Time-wasting smokers finally get their comeuppance

The company is taking new steps to even the playing field. Source: Getty Images

Wherever you’ve worked and whatever your career has been like, you’ve probably encountered at least one colleague who had to take frequent smoke breaks. And you’ve probably, at least once, wondered how much extra time your colleague is spending away from their desk to take these breaks. 

One company in Tokyo has decided to take matters into its own hands. Located on the 29th floor of an office block, Piala Inc says that each trip down to the ground floor for one cigarette can take up to 15 minutes. Fed up with the amount of time wasted this way, they’ve taken steps to even the playing field.

Now, all non-smoking staff at the company will be given an additional six days’ worth of holidays each year. It’s a bold move, and it seems it was brought about by a run-of-the-mill HR complaint.

“One of our non-smoking staff put a message in the company suggestion box earlier in the year saying that smoking breaks were causing problems,” a company spokesperson told The Telegraph

While some will argue that there are still some discrepancies in the figures depending on hours and days worked each week, the initiative isn’t necessarily about providing a one-for-one ratio; in the long-term it might just be an incentive for more company employees to quit smoking and adopt healthier lifestyles.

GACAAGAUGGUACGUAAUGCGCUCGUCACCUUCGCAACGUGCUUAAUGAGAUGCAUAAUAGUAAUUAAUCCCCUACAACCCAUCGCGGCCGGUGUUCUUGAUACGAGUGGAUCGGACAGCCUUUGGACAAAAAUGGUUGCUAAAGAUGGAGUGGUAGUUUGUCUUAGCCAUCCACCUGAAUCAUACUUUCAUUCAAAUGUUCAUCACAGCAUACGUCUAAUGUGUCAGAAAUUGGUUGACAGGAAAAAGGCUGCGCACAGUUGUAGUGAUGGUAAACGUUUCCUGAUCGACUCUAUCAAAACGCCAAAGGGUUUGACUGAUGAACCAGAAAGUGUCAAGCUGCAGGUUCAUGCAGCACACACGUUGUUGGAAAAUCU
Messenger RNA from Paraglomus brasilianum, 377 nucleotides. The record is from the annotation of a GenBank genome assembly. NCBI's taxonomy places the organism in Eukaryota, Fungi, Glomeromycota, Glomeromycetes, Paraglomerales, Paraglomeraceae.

Tokyo is currently trialling various measures to encourage smokers to quit, including a proposal to ban smoking in public areas. These initiatives appear to be an attempt to “tidy up” the Japanese capital ahead of the 2020 Summer Olympics, which Tokyo will be hosting.

While there has been a lot of support for such a measure, others don’t think it will work and are calling it a “PR exercise”, saying that it’s unlikely that employees will take all of their extra holidays even if they are entitled to them.

What do you think? Would you have supported a movement like this in your workplace? 

Leave your comment

Retrieving conversation…